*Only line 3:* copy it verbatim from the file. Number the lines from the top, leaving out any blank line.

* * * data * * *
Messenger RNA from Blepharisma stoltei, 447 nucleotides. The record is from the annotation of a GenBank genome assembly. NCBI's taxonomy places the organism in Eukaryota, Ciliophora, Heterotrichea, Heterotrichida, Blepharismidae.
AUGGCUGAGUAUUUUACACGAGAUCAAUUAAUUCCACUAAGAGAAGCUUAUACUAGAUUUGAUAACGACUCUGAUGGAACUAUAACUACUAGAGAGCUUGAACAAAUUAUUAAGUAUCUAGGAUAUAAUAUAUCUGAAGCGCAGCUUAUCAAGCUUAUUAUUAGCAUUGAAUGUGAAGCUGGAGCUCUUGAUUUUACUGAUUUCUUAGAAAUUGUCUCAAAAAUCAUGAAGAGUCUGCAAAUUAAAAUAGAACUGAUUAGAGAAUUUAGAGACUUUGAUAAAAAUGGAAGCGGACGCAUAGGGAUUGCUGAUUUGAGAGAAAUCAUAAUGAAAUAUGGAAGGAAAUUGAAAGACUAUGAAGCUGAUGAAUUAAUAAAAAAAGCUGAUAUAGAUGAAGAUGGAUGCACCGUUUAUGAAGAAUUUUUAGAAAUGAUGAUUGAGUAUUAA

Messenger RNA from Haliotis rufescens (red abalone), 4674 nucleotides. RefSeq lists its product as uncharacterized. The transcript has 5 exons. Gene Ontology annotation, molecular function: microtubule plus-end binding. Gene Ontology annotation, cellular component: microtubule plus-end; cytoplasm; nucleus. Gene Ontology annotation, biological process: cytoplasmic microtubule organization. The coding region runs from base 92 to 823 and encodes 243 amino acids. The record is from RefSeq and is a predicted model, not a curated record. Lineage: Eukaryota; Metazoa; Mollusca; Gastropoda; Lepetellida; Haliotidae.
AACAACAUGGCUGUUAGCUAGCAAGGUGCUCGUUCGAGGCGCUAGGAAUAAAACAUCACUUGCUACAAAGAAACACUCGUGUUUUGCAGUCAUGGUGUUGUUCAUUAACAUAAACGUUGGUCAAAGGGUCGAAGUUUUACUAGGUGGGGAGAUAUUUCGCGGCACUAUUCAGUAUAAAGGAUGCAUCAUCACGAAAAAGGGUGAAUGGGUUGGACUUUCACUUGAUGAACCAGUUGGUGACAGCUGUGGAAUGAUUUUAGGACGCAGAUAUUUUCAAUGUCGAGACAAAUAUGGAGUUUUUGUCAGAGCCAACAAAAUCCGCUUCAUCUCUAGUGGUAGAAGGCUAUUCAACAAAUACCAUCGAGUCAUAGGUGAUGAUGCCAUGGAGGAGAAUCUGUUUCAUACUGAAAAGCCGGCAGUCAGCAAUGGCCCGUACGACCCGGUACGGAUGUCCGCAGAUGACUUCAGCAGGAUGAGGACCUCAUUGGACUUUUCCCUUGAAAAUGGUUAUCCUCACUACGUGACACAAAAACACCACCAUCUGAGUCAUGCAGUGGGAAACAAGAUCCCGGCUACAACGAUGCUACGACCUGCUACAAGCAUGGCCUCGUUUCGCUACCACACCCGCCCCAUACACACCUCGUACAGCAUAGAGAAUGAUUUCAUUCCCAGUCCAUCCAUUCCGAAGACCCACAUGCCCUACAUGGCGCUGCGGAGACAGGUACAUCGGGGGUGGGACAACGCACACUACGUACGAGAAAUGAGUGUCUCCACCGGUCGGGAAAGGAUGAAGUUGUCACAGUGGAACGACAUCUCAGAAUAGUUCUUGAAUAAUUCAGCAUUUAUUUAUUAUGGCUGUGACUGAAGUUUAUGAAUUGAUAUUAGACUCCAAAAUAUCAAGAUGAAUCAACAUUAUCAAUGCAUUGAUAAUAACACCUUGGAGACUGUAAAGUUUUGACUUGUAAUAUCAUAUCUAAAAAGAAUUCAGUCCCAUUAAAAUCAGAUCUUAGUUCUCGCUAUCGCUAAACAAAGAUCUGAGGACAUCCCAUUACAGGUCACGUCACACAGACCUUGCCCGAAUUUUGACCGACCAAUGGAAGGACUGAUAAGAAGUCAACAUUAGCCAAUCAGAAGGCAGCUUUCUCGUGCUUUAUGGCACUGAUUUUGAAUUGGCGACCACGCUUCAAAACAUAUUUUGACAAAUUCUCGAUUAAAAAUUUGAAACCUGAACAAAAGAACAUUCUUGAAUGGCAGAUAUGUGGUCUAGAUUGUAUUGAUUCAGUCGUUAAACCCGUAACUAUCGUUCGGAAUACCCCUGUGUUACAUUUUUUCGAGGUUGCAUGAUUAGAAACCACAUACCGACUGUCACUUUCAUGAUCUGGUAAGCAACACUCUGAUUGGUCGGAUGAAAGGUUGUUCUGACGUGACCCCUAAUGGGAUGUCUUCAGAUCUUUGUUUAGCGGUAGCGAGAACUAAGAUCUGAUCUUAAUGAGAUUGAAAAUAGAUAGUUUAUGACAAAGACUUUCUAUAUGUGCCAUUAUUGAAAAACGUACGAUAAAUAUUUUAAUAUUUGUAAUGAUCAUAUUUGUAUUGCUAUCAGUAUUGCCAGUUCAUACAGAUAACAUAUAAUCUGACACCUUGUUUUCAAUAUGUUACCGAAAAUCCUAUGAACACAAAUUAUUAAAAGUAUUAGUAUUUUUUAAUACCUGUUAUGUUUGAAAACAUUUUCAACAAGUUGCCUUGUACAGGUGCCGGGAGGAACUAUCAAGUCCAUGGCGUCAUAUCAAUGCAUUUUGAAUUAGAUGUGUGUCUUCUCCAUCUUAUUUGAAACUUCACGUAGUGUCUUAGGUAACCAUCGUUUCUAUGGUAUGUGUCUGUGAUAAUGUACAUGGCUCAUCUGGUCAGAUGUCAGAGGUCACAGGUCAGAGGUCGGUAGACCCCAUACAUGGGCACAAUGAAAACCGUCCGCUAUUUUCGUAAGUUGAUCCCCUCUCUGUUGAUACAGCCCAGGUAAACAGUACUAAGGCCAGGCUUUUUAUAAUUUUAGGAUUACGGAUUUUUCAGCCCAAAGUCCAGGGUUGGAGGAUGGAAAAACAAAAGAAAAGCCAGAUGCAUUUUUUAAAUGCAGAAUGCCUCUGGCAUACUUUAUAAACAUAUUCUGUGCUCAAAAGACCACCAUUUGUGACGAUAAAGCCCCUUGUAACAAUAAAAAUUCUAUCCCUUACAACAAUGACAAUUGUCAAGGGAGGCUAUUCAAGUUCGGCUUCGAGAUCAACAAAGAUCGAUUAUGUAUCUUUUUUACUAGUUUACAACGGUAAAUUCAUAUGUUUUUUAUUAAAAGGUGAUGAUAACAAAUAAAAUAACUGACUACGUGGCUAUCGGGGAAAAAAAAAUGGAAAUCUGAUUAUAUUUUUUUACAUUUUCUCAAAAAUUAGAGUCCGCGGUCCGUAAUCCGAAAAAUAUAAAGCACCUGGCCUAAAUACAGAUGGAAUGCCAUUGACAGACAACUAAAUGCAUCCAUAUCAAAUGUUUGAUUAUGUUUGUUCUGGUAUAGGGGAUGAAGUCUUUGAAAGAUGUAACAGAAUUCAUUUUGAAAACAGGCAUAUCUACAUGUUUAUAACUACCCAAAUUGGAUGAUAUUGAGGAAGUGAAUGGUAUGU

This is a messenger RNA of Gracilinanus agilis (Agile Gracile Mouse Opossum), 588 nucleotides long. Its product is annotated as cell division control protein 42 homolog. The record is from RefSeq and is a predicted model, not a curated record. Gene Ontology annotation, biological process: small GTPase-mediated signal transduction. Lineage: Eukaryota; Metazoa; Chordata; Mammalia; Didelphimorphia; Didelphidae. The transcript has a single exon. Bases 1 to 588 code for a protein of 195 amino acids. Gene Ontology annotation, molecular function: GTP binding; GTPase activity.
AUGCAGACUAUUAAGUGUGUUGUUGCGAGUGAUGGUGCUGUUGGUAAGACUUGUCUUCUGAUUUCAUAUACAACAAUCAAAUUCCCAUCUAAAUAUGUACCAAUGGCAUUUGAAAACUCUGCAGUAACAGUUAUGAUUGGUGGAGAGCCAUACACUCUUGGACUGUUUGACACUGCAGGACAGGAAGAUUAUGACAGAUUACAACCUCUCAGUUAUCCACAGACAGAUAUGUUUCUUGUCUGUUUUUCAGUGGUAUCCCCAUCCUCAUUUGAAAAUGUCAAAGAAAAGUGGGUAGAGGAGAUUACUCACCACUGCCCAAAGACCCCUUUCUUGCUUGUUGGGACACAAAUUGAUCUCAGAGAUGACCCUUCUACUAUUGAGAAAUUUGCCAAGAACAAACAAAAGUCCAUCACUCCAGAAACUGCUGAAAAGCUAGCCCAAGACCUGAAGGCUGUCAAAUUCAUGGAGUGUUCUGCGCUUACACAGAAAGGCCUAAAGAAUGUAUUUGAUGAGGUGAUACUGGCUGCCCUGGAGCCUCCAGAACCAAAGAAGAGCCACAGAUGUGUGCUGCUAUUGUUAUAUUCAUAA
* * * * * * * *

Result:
Messenger RNA from Haliotis rufescens (red abalone), 4674 nucleotides. RefSeq lists its product as uncharacterized. The transcript has 5 exons. Gene Ontology annotation, molecular function: microtubule plus-end binding. Gene Ontology annotation, cellular component: microtubule plus-end; cytoplasm; nucleus. Gene Ontology annotation, biological process: cytoplasmic microtubule organization. The coding region runs from base 92 to 823 and encodes 243 amino acids. The record is from RefSeq and is a predicted model, not a curated record. Lineage: Eukaryota; Metazoa; Mollusca; Gastropoda; Lepetellida; Haliotidae.